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Image from page 211 of “Journal of electricity” (1917)
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Identifier: journalofele401151918sanf
Title: Journal of electricity
Year: 1917 (1910s)
Authors:
Subjects: Electrical engineering Electricity Gas manufacture and works
Publisher: San Francisco : Technical Pub. Co.
Contributing Library: San Francisco Public Library
Digitizing Sponsor: California State Library Califa/LSTA Grant

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Text Appearing Before Image:
g, looked at the tall clock in the halland said, My, I have almost forgotten Mr. J.s lunch,and in the same breath, Well, Mr. Q., you havetalked me out of my business. Ill sign w:th you.I produced my contract blanks and pencil and as shesigned she loked at me and said, Cant you come outsome night and meet my husband? I enjoyed yourconversation so much. And I can assure you that, aside from handing hermy card, all I said to her was, Good morning. I wastoo exhausted to say good-bye, and it is needless to saythat I have not yet met her husband. All of which happened four years ago and the oldlady is still numbered among our satisfied customers. Moral: He is best sold who sells himself. 192 JOURNAL OF ELECTRICITY [Vol. 40—No. 4 Western Ideas. A WRECKED WINDOW is ordinarily placedto the -debit side of the card ledger, but a clever elec-trical dealer turned it very quickly to the credit sideof his business. An automobile, crashing into the storeof Kohlwey-Smith-Alfs Electric Company of San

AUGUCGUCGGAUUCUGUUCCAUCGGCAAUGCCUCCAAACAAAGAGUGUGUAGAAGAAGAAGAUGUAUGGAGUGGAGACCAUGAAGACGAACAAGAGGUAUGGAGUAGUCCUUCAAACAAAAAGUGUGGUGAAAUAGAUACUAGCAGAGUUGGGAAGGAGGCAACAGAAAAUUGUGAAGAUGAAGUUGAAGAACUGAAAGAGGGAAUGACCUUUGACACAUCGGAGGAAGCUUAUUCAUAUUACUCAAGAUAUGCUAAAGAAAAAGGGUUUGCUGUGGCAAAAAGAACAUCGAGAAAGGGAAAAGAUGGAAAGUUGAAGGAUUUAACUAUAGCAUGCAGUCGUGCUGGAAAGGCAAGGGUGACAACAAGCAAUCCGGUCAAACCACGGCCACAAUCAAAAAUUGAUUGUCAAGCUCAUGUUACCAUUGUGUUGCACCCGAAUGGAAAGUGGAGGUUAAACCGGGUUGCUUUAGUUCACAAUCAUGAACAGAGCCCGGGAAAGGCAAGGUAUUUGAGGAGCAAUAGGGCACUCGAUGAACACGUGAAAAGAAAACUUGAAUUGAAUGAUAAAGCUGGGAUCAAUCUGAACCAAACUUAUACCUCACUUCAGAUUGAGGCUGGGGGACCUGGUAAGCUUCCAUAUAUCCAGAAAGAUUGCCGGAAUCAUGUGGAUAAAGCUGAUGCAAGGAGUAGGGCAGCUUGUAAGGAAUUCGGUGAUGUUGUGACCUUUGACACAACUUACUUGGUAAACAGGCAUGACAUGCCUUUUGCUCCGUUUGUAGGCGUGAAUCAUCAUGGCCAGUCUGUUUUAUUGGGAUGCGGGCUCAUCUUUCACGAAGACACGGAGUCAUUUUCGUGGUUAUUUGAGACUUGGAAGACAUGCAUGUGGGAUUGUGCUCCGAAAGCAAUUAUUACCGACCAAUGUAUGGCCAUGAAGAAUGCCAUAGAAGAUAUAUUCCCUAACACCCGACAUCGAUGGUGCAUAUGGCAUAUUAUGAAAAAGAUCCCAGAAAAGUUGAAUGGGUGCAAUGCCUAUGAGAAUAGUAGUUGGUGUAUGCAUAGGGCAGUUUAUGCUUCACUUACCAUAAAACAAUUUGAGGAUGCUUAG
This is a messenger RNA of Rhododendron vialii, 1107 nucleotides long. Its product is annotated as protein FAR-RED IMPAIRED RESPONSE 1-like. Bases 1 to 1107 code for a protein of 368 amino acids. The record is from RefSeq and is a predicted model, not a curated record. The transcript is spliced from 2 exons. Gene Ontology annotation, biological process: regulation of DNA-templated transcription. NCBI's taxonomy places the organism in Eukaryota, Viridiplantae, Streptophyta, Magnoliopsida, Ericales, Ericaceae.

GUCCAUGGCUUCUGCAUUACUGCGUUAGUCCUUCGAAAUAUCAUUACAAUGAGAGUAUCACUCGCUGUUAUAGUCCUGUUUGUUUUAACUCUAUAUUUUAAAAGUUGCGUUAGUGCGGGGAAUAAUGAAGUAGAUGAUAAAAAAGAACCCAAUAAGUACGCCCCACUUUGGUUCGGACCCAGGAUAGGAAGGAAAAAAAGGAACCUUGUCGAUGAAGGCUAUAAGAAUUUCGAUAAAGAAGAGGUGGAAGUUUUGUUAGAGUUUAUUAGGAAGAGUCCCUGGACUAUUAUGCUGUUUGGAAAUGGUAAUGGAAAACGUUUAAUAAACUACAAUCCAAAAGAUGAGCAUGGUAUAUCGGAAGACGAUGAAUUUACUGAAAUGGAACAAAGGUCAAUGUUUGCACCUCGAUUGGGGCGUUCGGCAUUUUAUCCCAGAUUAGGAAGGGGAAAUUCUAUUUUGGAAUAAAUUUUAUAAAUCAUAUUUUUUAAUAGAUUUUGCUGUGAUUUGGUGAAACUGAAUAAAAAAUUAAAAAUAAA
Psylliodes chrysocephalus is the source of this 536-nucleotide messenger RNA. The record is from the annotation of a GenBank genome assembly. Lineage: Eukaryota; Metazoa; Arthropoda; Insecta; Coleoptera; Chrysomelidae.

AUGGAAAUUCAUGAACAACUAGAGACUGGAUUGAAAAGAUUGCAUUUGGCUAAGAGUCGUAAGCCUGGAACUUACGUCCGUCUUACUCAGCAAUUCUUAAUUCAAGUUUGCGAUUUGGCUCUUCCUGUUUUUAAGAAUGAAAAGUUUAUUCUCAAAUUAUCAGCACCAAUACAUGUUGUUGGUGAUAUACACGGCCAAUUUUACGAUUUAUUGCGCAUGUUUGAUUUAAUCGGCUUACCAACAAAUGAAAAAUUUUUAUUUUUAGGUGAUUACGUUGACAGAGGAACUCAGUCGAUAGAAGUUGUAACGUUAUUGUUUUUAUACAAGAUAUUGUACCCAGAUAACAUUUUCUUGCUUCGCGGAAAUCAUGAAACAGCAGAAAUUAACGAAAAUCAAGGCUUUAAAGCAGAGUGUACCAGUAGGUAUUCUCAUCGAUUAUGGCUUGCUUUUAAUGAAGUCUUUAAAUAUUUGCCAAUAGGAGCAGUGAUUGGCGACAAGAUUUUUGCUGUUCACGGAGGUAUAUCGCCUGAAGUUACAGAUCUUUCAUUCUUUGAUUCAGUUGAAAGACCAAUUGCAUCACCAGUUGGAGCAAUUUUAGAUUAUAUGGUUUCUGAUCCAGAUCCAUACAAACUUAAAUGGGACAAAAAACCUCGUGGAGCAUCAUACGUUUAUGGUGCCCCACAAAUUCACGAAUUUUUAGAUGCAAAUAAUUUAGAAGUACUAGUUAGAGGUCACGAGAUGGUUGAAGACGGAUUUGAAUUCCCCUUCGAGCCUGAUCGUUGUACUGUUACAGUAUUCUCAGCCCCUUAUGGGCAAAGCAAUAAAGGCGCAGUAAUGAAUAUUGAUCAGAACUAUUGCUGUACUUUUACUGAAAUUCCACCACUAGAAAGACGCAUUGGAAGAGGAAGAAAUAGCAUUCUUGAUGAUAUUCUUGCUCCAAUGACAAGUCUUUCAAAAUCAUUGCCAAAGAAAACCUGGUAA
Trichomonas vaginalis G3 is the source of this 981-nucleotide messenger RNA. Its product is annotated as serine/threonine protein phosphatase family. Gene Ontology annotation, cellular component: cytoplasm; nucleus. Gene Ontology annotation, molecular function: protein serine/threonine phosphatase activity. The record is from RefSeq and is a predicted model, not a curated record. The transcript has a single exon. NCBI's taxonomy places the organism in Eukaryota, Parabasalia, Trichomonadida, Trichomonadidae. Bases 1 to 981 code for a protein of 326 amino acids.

Text Appearing After Image:
There was no break in the business of this enterprising store Francisco, broke up one of the large plate-glass win-dows rather badly. Quick to see that the wreckagewould gather curious crowds, the proprietor placed asign, bright with red letters, Our goods are so popu-lar that they drive in to get them. In contrast to thisbare, broken window, the one opposite was a brightand attractive display of the so popular wares. Undoubtedly the expense of the breakage wasmore than refunded by the interested observation ofpedestrians and the admiration excited by turning anunfortunate occurrence to good profit. TAGGING THE MACHINES of the farmerswho attend a state fair is an idea which has beenworked out with considerable success. The automo-biles and buggies which the farmers drive to the fairgrounds are usually parked in a single enclosure. Oneexhibitor of electrical apparatus conceived the idea oftagging the machines with a notice of his exhibit andits location—and added for good measure som

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